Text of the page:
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What Are The Side Effects of Vaping?

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Estimated 4 min read

A look into the side effects of vaping

man standing vaping and blowing a big cloud

The Vector ran an article entitled “Vaping: What are the side effects?”.

I was quite hopeful when they started off as they acknowledged that smoking rates have been declining:

“Though smoking traditional tobacco cigarettes has declined over the years, electronic nicotine delivery systems, known more commonly as electronic cigarettes, have risen in popularity among teenagers, with about 3 million reportedly smoking them in 2015, according to a report by the Center for Disease Control.

But then they continued,

Coinciding with the rise in e-cigarette use, there have been increased concerns regarding the potential side effects and overall health impact of these devices.”

So, they’ve rightly pointed out that smoking has been on the decline, but rather than giving a little credit to e-cigarettes for this, they’ve made it seem almost as if the rise of e-cigarettes could be worse than if these 3 million people had just remained smokers, or in the case of non-smokers who took up vaping, if they’d just taken up smoking instead.

Bottom line: 3 million people vaping is 3 million people either not smoking, or smoking less.

When you consider the fact that vaping is far safer than smoking, how is that a bad thing?

As for “increased concerns regarding the potential side effects”, these sensational points of view are pushed by the mass media solely to stir up fear and rake in the page views (ie. marketing dollars), rather than publish the boring facts like:

“Long-term vaping ‘far safer than smoking’ says ‘landmark’ study”
from Pubmed Health, Feb 2017

“Colin Mendelsohn: The E-cig is safer than tobacco — that’s a fact”
from the Daily Telegraph, Sept 2017

“E-cigarettes around 95% less harmful than tobacco estimates landmark review”
Press release from Public Health England, Aug 2015

In the original article by The Vector, they then go on to talk more about the uncertainties of vaping in general, such as the possible side effects of vaping being difficult to ascertain because of the range of different styles and forms of vaping.

There was no mention of the major side effect that we all know by now; e-cigarettes help you to not die from smoking as much.

Current studies show that vaping is 95% less harmful than smoking, but let’s assume that all the data is wrong for a second and just for the sake of argument we’ll say that they’re 50% as bad as smoking.

If vaping were 50% as bad as smoking, they would still be a groundbreaking advancement over the alternative, gifting the 6 million or so people that die to smoking each year a real chance to choose something that is 50% less harmful.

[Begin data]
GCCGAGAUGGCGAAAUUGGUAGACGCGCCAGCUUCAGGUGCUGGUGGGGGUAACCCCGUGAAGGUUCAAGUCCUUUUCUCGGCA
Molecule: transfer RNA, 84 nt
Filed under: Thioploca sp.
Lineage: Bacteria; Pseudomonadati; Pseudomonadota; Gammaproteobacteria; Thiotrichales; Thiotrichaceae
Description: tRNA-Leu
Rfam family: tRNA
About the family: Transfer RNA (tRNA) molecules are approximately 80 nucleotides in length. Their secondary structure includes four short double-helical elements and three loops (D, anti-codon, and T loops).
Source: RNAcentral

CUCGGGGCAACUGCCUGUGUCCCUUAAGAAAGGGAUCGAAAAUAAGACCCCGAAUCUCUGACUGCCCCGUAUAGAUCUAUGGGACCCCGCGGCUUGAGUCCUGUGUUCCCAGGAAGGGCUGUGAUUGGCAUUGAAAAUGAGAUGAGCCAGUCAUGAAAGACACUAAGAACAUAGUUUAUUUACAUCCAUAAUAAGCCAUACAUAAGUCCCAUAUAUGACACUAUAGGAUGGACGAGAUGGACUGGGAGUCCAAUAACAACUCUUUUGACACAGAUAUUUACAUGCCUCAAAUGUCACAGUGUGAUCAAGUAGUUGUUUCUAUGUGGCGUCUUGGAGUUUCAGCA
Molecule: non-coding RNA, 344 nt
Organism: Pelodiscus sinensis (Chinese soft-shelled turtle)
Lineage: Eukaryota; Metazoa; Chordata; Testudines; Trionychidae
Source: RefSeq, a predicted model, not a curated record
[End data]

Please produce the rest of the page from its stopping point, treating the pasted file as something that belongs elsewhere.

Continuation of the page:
I mean, one in every six Americans take antidepressants, and an antidepressant needs to only be 50% effective in treating half of the symptoms in order to be considered “effective”.

Not to mention the side effects of antidepressants. While the media are worried about the side effects of products used mostly to stop smoking, people are happily downing pills every day and letting children take psychiatric drugs that are actually proven to induce suicidal thoughts in adolescents, raising their suicide rate by up to 4%.

So, even if e-cigarettes were only 50% as harmful as smoking (even though they’re 95% less harmful), and studies show that at least 70% of users who use an e-cigarette throughout the day are able to quit smoking (while nicotine gum and patches are only 8.4% and 8.2% effective respectfully), then people in governments all over the world should be jumping up and down to legalize and push smokers to take up vaping. So why aren’t they?

What are the real side effects of vaping then?

Side effects come in many forms and everyone reacts differently to different things. Vaping has been know to cause the following (negative) side effects:

  • Dry or sore mouth
  • Dry skin
  • Dry eyes
  • Mild headache or dizziness
  • Tongue inflammation
  • Sleepiness
  • Sleeplessness
  • Mood changes
  • Coughing
  • Breathing problems
  • Chest pains

Generally these side effects are quite mild and will subside over a short time on their own, but if you do experience any of these and feel you need to see a doctor then you obviously should stop reading and go see a doctor.

Are there positive side effects of vaping?

Every decision should be made on a balance of the possible negatives vs the possible positives (risk vs reward) and vaping is no different. While it’s true there are potential negative side effects (as there is with putting anything into your body), there are also positive side effects of vaping compared to smoking:

  • Quitting smoking
  • Not smelling like smoke
  • Improved sense of smell
  • Improved lung function
  • Relief of asthma symptoms caused by smoking
  • Saving money
  • Being alive for longer

Many of the known negative side effects of vaping are able to be avoided simply by changing nicotine level or vaping style and for me at least, the positive side effects far outweigh the alternative of continuing to smoke tobacco cigarettes.

Currently located in Sydney, Australia, I have been vaping since 2009 and became active in the e-cigarette industry in late 2015. Since then I’ve had the pleasure of visiting over 700 shops in 6 countries.

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